The National Union of Somali Journalists (NUSOJ), Human Rights Journalists (HRJ), Somali Women Journalists Club (SOWJOC), Somali Media for Environment, Science, Health and Agriculture (SOMESHA) and Media for Peace extend warm greetings and good wishes to all members of the media fraternity of Somalia on the occasion of National Press Day on 21 January 2018.
The five journalists’ organisations have seen the media in this country evolve from the repressed but guardedly resilient model of the oppressive political environment in order to be a robust and assertive force. The Constitution of Somalia guarantees freedom of the press but the practical environment tells a different story.
This day’s celebration of the National Press Day takes place against a gloomy and tearful backdrop. Tragedy and grief have continued to visit the journalists’ community in the past one year. Four journalists were murdered, several were wounded, dozens were arrested and countless journalists were threatened and censored.
Because of their sacrifices, media has sustained to play a pivotal role in shaping Somali society. Be it television, newspapers, website or radio, the consistent coverage by media on each and every issue of the society creates bigger impacts, making it one of most important professions of these days. From newspapers to radio and television, Somalis continue to witness tremendous growth in both investments and editorial output. Social media has also grown in leaps complimenting the inevitable space of freedom of information.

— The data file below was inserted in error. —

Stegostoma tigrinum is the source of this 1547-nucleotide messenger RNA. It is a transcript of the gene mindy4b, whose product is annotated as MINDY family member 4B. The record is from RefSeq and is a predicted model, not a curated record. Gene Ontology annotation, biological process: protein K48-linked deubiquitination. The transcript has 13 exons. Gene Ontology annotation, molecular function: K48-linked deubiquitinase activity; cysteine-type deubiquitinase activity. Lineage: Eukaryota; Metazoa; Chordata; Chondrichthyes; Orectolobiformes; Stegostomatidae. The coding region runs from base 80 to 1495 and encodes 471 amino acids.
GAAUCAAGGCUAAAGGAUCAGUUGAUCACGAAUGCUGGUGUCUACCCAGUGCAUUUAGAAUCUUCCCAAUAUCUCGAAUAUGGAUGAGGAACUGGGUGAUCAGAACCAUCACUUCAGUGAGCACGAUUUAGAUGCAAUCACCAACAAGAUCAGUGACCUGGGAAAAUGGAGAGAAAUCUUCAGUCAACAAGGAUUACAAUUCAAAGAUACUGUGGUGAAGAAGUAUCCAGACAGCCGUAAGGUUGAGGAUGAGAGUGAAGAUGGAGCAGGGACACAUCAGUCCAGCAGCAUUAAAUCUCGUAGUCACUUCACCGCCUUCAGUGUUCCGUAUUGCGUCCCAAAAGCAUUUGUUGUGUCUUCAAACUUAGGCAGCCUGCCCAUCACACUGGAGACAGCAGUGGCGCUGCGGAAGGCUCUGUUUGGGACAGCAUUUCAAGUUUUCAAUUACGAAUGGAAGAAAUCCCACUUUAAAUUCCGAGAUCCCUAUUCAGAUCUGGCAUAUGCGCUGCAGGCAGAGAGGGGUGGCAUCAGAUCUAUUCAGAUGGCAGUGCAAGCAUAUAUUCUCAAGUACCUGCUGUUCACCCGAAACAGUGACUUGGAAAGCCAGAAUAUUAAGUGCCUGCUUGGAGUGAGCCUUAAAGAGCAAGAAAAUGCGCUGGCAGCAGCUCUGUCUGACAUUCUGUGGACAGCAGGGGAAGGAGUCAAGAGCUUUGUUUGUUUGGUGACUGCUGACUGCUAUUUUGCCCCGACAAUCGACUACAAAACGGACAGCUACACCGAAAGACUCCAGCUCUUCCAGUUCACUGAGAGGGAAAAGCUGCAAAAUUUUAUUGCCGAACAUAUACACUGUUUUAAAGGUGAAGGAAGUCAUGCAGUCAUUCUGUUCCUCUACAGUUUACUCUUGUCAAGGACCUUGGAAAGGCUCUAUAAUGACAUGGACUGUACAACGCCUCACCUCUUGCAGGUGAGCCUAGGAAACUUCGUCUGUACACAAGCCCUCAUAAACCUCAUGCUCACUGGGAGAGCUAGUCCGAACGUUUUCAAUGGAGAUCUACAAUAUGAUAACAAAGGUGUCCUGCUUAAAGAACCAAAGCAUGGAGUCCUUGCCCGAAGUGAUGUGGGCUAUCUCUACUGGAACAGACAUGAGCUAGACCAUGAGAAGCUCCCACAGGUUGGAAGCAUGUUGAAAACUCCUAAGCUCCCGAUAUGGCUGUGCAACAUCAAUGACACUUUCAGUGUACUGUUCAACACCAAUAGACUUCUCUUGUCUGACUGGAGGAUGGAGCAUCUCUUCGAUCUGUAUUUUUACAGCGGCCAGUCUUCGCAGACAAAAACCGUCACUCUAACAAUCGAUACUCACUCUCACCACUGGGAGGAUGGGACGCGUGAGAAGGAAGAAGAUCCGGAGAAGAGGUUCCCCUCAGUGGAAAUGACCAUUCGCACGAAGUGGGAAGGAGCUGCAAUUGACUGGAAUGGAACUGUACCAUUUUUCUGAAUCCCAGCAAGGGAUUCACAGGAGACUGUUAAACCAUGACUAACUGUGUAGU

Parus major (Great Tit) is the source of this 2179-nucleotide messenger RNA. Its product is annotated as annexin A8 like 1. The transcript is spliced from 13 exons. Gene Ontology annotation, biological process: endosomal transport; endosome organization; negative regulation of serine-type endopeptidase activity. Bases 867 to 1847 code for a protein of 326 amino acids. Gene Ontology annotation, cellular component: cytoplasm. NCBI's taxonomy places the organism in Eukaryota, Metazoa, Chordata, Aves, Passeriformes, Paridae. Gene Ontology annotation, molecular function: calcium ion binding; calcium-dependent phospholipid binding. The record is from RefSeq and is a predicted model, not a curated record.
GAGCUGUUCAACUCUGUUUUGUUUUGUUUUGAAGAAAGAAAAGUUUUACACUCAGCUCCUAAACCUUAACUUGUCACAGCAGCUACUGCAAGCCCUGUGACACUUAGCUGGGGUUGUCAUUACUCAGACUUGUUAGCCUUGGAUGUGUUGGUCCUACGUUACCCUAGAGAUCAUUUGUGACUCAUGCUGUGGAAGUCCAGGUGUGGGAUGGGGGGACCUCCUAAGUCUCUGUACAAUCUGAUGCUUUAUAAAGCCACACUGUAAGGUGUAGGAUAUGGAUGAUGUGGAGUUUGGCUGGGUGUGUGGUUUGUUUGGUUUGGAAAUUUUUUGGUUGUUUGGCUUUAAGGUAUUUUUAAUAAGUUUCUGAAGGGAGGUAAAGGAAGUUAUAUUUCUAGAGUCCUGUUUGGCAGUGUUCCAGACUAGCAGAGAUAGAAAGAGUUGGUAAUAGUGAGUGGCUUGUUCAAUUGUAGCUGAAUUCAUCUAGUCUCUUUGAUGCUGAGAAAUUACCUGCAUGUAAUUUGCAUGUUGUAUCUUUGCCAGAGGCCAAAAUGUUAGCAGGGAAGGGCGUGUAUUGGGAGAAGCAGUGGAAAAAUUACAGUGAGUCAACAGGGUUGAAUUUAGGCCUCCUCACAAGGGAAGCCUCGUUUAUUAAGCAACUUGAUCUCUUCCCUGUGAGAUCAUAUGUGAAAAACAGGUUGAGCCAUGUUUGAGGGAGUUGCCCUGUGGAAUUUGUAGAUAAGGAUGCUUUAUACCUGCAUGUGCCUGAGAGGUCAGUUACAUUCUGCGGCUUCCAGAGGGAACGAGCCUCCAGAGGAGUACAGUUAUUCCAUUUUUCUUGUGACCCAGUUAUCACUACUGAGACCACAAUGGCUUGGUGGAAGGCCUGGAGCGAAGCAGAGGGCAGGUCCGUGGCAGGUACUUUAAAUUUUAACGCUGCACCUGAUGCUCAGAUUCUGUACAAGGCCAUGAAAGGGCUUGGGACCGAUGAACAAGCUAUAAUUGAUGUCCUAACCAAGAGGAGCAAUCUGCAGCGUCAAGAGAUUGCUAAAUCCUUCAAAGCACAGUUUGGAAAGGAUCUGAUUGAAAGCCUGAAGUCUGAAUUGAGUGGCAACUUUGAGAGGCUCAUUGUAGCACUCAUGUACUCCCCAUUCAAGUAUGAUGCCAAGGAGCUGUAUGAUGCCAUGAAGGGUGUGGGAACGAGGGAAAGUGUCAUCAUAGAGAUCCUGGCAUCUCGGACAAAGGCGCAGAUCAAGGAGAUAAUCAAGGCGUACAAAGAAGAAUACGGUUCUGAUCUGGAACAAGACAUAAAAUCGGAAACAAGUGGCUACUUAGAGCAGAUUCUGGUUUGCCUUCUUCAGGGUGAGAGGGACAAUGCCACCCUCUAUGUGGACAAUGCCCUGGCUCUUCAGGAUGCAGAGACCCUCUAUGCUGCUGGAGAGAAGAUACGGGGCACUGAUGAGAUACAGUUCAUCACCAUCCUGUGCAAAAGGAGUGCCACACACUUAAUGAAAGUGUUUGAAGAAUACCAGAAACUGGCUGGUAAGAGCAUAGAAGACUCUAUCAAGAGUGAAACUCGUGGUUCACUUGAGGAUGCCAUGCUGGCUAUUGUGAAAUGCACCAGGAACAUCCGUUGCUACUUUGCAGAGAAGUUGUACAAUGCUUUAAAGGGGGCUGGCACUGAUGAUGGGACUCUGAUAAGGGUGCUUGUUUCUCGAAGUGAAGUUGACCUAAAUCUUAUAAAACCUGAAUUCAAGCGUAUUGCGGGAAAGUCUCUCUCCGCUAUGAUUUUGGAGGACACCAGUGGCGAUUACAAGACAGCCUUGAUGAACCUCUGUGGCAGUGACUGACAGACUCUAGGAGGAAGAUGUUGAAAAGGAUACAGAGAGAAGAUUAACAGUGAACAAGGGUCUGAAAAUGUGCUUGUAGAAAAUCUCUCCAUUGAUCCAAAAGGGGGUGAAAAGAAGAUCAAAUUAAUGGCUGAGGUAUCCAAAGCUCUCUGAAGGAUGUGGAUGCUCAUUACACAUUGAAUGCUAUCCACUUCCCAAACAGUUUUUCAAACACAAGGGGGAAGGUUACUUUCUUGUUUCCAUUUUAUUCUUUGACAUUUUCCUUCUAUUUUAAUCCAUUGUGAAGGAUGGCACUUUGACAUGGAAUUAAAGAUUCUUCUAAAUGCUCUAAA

NUSOJ, HRJ, SOWJOC SOMESHA and Media for Peace call upon the media houses to display highest standards of professionalism in their duties, and motivate every journalist to be more responsive, responsible and independent.
Truthfully, the journalism ethos and editorial independence that define a significant segment of media have been vigorously shaken by present-day factors, notably commercialization of the media industry and manipulation from political powers. Some media houses and editors have abandoned professional ethics due to manipulation by politicians or corrupted by perpetrators of graft.
Journalists groups call on Somali government to withdraw monthly disbursements to several media houses in Mogadishu, and demand public officials to cease giving handouts or making special favours for media bosses to protect independence and professionalism of the media.
Somali journalists must aggressively live up to their core mandate by speaking out for the innocent, defend the powerless, accuse the guilty, pillory the thieves and ask awkward questions, investigate, press, persist, excavate and discomfort. There shouldn’t be any political and corporate pressure on the media on individual journalist.
We must protect and promote the credibility of the media industry by fighting for high standards of professionalism, integrity and dedication to facts, objectivity and fairness in execution of journalistic duties.
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